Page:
Near 14th and Alice streets, Myron Bell was taking dance lessons in "step," a form of dance popular among African Americans, when he looked out the window and saw people jumping on his Lexus sedan.
Bell, 42, came out to find that almost all of the car's windows, including the front and back had been smashed and it appeared that someone had tried to set the car on fire.
"I'm for the cause," said Bell, who is Black. "But I'm against the violence and destruction."
Nearby, Godhuli Bose stood near her smashed Toyota Corolla as a man walked by, repeatedly called her a misogynist slur and then added, "F- your car."
Bose, a high school teacher, said: "I can't afford this."
Earlier in the evening, when the mob first appeared downtown, Oakland Police Officer Michael Cardoza parked his car across the intersection of Eighth and Madison streets to prevent traffic from flowing toward Broadway and into the protest. But he told The Chronicle that a group of 30 to 40 protesters quickly surrounded his car and started smashing it with bottles and rocks.
Cardoza jumped out of the car and said some protesters tried to set the car on fire, while others jumped on top of the hood–incidents repeatedly shown on television. Cardoza said the protesters "were trying to entice us into doing something."
A Chronicle reporter saw a fist-sized rock in the back seat.
A group of protesters also set a trash bin aflame, moving it adjacent to the police car. Police threw tear gas into the group to disperse it, said BART Sgt. Mark MacAulay. After 8 p.m., there were numerous arrests.
"When you get that mob mentality, it can be dangerous," MacAulay said.
Other protesters marched on BART's 12th Street Station about 7 p.m., prompting the transit agency to close the downtown hub station even as it was reopening the Lake Merritt and Fruitvale stations.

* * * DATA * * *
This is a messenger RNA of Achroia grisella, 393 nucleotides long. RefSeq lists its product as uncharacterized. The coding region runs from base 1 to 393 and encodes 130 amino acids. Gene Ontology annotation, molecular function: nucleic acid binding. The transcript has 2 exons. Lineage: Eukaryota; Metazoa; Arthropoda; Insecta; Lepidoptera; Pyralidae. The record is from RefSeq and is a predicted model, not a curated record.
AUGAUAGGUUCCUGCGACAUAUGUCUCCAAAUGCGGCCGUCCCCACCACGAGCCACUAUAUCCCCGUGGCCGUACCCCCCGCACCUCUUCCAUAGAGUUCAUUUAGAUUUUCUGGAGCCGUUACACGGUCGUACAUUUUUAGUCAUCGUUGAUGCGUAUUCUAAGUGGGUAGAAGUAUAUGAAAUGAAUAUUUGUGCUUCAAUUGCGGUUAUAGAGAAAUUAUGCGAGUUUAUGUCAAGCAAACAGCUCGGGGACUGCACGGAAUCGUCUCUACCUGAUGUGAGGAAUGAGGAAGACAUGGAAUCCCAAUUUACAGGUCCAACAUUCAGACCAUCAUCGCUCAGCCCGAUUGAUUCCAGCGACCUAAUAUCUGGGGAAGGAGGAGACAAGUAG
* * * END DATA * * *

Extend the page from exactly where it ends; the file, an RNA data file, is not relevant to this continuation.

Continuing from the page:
The mob blocked the intersection of 14th and Broadway, near the downtown BART station entrance. As police put on helmets and gas masks and stood in a line formation, some demonstrators held signs that read, "Your idea of justice?" and "Jail Killer Cops."
One man lay in the intersection with his face down and his hands behind his back–intentionally evoking the position that Grant was in when he was shot.
Some in the mob wore masks over their faces as they yelled at police. Roughly a dozen stood just a few feet away from police as they screamed at them. Chants included "pigs go home," "the fascist police", "no justice, no peace" and "we are all Oscar Grant."
Mandingo Hayes, who is Black, said he participated in the protest because "we're tired of all these police agencies getting away with shooting unarmed Black and Latino males."
Hayes, 36, downplayed the attack on the police car. "For a police car to get abused, and for a person to get shot and killed, which would you rather be?" said Hayes, a construction worker from San Pablo.
As the night wore on, Hayes tried calming people down, asking for peace.
The core group of the mob appeared to be about 40 people, several of whom were with Revolution Books, a Berkeley bookstore. A man distributed the "Revolution" newspaper–whose tagline is "voice of the Revolutionary Communist Party, U.S.A."–as he shouted "This whole damn system is guilty!"
Soo Jung Sung, an Asian American, didn't understand why she was to blame. She wept as she looked at the shattered front windshield of her Nissan Montero.